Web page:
back to top
World

The Story Of Postwar Europe, Told Through The European Championships

As nations have split and dictators fallen over the past six decades, the European Championships have been there to document just how much our continent has changed.

Posted on

In a week's time, France and Romania will walk into the Stade de France in Paris to open the largest European Championship ever: For the first time, 24 teams will be competing to lift the Henri Delaunay Cup.

Since the first European Championship took place in 1960, the competition has been providing a four-yearly snapshot of the continent's changing geopolitical status as tensions between countries are played out on and off the pitch.

Taken together, the individual tournaments reflect the tale of Europe's tangled postwar history and how it has evolved over the past six decades.

Advertisement

Four of the nations that made it to Euro 1960 no longer exist in the same form: Host nation France's colonial empire was on its last legs, Czechoslovakia would split in two in 1993, and the final between Yugoslavia and the Soviet Union was a game between what are now 22 different countries. The Soviets won 2-1 in extra time.

The nascent European Union, then called the European Economic Community, was just over 3 years old when the tournament kicked off in Paris. It had six members: Belgium, France, Germany, Italy, Luxembourg, and the Netherlands.

Eastern Europe was living under communism. Citizens in many of countries that are today building fences to block asylum-seekers from crossing their borders, and planning referendums to decide whether to accept refugees, were fleeing despots and seeking refuge in the west.

The continent would remain divided for three decades.

Since the first European Championship, European football’s governing body, UEFA, has seen its membership nearly double to 55 football associations. The EU, meanwhile, has expanded to 28 member states, with a handful more nations in the pipeline to join in future.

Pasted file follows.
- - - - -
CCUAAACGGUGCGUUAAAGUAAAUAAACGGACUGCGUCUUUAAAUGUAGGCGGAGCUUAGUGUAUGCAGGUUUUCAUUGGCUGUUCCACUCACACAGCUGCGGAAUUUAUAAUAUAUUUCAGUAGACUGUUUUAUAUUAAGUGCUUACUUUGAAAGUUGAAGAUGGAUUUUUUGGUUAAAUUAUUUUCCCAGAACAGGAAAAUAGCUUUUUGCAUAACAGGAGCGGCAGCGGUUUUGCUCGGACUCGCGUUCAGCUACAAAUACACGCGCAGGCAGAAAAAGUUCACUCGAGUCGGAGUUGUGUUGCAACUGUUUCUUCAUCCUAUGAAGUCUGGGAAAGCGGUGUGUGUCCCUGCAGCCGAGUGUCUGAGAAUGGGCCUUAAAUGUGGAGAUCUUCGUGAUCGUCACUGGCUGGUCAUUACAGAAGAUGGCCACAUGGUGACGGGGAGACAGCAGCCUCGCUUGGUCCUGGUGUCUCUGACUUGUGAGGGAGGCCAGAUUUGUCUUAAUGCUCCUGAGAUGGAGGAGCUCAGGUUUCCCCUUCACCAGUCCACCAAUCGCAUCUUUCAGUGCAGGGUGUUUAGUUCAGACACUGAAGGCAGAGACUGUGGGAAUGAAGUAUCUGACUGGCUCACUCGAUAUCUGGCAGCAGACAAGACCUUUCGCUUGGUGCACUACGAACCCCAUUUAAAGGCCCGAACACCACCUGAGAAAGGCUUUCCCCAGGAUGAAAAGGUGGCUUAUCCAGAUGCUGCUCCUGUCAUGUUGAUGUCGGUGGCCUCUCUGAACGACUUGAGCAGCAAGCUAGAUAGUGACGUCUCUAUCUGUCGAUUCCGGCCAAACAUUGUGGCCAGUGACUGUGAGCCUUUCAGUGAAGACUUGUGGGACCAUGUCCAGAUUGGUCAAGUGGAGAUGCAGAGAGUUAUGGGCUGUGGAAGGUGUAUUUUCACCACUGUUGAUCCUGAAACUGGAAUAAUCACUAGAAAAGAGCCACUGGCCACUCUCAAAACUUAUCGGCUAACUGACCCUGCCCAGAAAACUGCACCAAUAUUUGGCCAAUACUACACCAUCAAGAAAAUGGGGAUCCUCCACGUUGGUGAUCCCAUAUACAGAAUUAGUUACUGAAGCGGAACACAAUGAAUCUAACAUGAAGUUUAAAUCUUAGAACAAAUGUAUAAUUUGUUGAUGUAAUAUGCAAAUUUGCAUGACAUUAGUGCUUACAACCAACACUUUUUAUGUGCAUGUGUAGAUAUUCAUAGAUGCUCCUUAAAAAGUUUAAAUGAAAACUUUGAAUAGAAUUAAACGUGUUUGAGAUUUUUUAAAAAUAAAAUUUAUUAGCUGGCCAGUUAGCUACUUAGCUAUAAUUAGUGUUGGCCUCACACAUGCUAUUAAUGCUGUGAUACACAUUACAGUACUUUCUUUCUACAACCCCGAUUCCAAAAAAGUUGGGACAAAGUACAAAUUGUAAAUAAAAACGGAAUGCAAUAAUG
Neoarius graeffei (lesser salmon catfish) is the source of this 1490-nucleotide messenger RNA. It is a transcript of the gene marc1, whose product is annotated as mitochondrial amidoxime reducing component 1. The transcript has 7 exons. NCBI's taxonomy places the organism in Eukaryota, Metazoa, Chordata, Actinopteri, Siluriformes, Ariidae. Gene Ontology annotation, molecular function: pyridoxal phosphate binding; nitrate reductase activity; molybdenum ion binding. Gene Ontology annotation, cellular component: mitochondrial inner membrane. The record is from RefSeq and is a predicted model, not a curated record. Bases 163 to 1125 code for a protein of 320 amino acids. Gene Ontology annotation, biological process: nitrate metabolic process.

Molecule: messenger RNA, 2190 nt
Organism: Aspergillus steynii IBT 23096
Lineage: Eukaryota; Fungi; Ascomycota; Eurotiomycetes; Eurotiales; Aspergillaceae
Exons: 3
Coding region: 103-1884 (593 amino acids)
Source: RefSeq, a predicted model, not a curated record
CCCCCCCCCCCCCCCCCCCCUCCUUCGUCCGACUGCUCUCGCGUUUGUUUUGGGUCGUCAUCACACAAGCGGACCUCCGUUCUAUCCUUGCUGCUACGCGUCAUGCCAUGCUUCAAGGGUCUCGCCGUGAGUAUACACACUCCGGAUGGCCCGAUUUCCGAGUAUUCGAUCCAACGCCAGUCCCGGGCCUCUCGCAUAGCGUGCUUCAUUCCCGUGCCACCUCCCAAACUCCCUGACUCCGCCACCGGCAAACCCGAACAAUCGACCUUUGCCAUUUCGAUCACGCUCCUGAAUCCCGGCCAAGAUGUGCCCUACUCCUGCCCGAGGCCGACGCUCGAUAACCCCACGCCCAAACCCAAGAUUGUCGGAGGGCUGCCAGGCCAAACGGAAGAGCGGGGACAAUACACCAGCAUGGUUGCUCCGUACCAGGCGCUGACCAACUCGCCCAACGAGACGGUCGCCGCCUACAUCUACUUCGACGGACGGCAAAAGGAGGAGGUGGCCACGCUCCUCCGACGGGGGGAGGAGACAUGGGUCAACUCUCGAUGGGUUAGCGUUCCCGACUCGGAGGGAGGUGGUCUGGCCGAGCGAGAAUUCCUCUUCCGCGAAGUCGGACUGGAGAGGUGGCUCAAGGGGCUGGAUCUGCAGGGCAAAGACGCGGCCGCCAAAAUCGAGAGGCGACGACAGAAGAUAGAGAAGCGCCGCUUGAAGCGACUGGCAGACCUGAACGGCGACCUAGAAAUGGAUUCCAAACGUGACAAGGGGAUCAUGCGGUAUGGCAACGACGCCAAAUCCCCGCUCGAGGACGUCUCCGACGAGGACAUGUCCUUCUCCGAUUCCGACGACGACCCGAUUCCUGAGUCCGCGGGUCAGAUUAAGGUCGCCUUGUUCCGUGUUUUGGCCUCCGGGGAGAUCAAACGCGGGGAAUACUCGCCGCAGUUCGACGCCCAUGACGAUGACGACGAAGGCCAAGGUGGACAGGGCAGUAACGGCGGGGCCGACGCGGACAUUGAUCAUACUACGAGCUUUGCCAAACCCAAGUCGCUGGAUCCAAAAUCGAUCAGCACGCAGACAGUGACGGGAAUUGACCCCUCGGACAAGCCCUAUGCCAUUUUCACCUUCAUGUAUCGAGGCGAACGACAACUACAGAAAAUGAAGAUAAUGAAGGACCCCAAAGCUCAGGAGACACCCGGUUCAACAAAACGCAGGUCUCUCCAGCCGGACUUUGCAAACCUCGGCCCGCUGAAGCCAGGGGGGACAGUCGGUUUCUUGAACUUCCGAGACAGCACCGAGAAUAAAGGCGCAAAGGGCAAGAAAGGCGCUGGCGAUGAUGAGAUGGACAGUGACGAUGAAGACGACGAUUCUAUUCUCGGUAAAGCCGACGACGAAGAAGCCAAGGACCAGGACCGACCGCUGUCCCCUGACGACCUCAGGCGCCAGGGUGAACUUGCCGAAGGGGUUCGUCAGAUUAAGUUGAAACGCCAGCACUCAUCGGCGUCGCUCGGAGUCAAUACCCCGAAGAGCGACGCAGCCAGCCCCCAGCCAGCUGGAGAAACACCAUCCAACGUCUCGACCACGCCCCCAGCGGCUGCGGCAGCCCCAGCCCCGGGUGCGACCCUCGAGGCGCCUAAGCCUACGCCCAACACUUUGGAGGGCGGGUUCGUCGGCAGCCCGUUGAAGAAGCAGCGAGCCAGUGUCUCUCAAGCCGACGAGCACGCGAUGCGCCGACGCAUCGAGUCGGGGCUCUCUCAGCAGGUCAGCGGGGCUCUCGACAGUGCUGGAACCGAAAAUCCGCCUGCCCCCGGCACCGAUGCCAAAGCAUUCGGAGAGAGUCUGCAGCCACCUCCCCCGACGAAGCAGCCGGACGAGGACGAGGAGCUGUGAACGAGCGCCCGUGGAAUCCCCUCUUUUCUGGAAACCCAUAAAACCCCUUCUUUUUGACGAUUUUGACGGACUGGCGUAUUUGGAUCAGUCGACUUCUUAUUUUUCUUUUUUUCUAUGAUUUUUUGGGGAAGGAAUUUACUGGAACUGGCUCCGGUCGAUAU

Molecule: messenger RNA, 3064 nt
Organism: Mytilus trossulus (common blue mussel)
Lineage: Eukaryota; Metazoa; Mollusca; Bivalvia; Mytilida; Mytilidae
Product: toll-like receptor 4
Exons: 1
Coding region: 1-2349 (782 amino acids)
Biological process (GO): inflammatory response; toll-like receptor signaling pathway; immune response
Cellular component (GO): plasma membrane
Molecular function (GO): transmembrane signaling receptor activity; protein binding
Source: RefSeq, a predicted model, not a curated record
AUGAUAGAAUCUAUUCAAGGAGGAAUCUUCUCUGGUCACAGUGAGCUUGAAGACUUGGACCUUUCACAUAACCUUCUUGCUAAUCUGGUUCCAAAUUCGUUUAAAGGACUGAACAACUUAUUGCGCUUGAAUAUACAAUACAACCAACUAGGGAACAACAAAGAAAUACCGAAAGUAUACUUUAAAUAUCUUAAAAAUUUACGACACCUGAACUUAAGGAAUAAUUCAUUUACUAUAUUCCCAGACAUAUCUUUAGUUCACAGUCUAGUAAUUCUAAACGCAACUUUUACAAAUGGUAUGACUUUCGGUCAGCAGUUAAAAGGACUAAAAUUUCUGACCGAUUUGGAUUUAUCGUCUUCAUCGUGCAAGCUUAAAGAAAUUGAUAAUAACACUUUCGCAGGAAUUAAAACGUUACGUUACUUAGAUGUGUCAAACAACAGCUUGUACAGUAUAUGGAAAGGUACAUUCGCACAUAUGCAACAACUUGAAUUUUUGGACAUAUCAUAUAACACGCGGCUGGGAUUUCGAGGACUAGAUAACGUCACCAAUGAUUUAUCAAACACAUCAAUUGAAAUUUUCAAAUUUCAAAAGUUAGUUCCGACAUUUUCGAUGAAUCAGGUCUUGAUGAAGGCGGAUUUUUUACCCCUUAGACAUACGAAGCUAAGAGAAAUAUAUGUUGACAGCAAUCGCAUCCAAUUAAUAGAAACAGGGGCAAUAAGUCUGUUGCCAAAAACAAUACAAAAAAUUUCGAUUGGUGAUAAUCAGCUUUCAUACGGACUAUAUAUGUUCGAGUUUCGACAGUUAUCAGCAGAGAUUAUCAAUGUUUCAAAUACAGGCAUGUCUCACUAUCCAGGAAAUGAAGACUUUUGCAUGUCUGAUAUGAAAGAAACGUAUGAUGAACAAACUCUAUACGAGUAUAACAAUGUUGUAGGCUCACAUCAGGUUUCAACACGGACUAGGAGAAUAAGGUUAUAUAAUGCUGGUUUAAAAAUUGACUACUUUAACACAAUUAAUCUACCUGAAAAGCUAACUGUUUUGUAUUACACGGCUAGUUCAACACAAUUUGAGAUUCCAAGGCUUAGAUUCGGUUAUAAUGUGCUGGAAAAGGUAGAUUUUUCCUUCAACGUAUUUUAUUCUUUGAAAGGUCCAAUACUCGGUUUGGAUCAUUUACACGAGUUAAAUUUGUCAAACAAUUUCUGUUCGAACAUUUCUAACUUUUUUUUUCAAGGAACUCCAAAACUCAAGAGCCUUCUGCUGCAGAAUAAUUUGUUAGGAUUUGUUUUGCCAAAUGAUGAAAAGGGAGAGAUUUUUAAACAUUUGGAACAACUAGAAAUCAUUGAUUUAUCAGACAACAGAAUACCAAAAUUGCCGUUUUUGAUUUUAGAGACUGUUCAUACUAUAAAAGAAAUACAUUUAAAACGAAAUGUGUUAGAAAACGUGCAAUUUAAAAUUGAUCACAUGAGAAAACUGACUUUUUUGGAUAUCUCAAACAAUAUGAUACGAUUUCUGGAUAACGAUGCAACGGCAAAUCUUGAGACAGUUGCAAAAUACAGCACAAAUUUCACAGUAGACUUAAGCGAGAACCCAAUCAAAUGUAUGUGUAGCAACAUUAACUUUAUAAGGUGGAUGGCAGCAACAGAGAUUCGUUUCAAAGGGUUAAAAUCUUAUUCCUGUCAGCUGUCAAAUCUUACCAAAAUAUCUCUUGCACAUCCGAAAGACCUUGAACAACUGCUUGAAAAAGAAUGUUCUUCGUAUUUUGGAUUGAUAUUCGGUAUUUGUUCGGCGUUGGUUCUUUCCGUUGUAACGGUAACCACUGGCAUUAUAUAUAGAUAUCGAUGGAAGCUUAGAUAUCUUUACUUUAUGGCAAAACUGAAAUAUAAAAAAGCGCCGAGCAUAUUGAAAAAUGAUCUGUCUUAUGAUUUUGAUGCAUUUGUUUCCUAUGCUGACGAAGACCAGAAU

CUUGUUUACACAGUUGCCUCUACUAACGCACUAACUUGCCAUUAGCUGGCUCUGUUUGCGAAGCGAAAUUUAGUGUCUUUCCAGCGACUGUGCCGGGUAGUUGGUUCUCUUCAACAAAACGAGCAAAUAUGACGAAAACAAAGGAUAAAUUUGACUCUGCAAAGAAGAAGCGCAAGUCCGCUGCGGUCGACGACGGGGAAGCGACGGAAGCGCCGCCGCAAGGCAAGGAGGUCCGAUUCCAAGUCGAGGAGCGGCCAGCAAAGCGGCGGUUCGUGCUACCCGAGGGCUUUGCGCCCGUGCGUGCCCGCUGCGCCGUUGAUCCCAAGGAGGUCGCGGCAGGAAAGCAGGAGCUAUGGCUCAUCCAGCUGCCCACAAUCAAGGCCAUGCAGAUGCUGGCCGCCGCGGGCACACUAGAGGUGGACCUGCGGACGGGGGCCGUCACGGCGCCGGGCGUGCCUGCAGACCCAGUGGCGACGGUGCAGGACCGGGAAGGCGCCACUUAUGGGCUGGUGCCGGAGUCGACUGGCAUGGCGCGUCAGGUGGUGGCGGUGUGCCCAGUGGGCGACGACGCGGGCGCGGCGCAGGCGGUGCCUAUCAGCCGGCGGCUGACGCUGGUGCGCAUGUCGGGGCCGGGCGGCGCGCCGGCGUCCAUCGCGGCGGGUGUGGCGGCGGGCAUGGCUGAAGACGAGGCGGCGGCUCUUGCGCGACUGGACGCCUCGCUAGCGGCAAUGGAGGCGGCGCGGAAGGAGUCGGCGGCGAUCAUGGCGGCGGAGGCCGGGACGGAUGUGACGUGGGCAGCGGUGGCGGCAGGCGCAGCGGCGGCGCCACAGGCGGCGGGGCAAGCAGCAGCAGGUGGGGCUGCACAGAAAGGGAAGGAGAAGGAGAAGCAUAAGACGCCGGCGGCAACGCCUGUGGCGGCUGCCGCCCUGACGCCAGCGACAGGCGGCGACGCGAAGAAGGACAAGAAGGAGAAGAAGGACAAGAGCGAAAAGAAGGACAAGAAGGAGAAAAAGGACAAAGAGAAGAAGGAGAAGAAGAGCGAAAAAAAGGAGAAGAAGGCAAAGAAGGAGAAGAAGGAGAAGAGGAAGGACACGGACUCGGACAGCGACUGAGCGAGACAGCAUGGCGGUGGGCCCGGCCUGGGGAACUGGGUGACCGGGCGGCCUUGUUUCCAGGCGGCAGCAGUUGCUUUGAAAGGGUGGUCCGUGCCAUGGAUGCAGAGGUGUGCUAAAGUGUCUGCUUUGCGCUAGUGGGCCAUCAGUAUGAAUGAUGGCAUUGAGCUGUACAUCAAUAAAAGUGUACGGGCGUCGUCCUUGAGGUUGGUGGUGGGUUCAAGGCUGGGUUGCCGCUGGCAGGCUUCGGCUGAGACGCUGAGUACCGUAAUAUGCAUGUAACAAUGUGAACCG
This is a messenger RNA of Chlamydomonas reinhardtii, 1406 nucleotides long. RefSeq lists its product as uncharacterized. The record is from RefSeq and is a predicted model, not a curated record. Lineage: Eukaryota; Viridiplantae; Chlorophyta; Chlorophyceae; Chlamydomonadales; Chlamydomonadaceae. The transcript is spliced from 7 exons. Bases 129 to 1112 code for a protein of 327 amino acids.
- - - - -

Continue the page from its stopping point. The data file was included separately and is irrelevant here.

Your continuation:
Franco's own goal and the fall of Europe's remaining right-wing dictatorships

Gianni Ferrari/Cover / Getty Images

Real Madrid's Jose Maria Zarraga and Paco Gento with the 1960 European Cup.

Europe's best team in 1960 were Spain, comprised mostly of a Real Madrid team who had just won a record fifth consecutive European Cup after demolishing Eintracht Frankfurt 7-3. But the country, under the authoritarian rule of General Francisco Franco, refused to allow its team to travel to the Soviet Union for their final qualifying match for Euro 1960. The USSR were awarded a walkover.

Franco's decision to do so – some have called it his own goal – came just two days before the squad were set to depart for Moscow. The Spanish players had been confident of winning the tournament. They were incredulous. Official diplomatic relations between Spain and the USSR had been nonexistent since the end of the Spanish civil war, when the Soviets had actively supported the Republican cause.